• Nearly two out of three Americans with Alzheimer’s disease are women
  • African-Americans are approximately twice as likely as older Caucasians to have Alzheimer’s or other forms of dementia
  • Hispanics are about one and one-half times as likely to have Alzheimer’s or other dementias as older Caucasians
  • As the population grows older, the number of new cases of Alzheimer’s disease is expected to soar
  • Today, someone in the United States develops Alzheimer’s disease every 66 seconds. By 2050, this figure is likely to increase to one new case every 33 seconds

Now let’s look at some of the most common myths surrounding Alzheimer’s disease and other forms of dementia.

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Is Equal Fair with Estate Planning?

Most of our clients want to treat their children fairly and equally.  Splitting assets equally among the children may be easy, but is it fair? When dividing assets, it is often important to determine the needs of the kids as well as what you have previously provided.  This is where it can become difficult.

Some gifts can be considered advancements against an inheritance, but most people do not take the right steps to have them considered an advancement.  A trust can be designed to deal with previously gifts or outstanding loans.  After all isn’t an outstanding loan really a debt that is now owed in part to the other siblings.
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There have been many reports of unintended consequences related to the use of online wills over the past few years.  In fact, I have written about many of these issues on this blog.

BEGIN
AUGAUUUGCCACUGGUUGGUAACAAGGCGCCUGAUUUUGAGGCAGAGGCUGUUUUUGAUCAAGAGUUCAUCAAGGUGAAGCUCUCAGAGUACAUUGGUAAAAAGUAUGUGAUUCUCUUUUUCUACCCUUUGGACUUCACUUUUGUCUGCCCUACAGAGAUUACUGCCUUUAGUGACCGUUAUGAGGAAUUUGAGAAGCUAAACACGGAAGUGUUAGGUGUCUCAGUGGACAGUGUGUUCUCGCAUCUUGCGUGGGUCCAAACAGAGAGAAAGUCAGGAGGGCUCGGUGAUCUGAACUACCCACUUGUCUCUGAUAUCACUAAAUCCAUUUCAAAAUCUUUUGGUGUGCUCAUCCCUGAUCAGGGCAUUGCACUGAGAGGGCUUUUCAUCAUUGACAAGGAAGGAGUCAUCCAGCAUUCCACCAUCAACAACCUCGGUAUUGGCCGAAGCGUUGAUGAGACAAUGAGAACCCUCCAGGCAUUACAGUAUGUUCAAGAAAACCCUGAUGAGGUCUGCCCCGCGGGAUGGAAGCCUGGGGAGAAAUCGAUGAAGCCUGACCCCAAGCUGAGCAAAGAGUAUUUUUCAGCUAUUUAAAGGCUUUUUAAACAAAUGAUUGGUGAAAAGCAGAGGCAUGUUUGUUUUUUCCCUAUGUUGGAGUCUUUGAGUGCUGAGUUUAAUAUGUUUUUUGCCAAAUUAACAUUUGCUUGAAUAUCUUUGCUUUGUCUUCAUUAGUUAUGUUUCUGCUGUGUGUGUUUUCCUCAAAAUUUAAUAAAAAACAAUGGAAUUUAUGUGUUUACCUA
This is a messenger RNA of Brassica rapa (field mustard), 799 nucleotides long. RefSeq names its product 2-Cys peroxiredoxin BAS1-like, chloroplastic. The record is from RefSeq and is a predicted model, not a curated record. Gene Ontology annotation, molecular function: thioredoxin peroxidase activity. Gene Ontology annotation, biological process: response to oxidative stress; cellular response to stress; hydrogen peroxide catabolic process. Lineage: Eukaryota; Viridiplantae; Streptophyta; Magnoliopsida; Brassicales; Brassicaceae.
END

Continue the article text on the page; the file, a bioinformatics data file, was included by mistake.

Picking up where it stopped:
It is important for individuals to understand that there is a difference between a document and a plan.  While both contain words it is the way those words are used that determines the difference.  Many Internet forms are generic and may not allow the permit the person named to manage the assets the powers necessary to properly manage or protect the assets. For example, in order to sell the testator’s property, the executor may have to obtain the court’s permission, and consent of the beneficiaries.  This can create additional costs and delays in the distribution of the assets.

This can be important when dealing with a homestead where the asset is not typically subject to probate.  If the homestead is owned by a trust and the house needs to be sold, the trustee can determine if a distribution or sale of the asset is best.  When an individual does not have a will or creates an online will, the home is typically not subject to probate and will pass outside of probate.  This can cause problems including delays and thousands of dollars in additional costs when some of the beneficiaries want to sell the home, and others do not.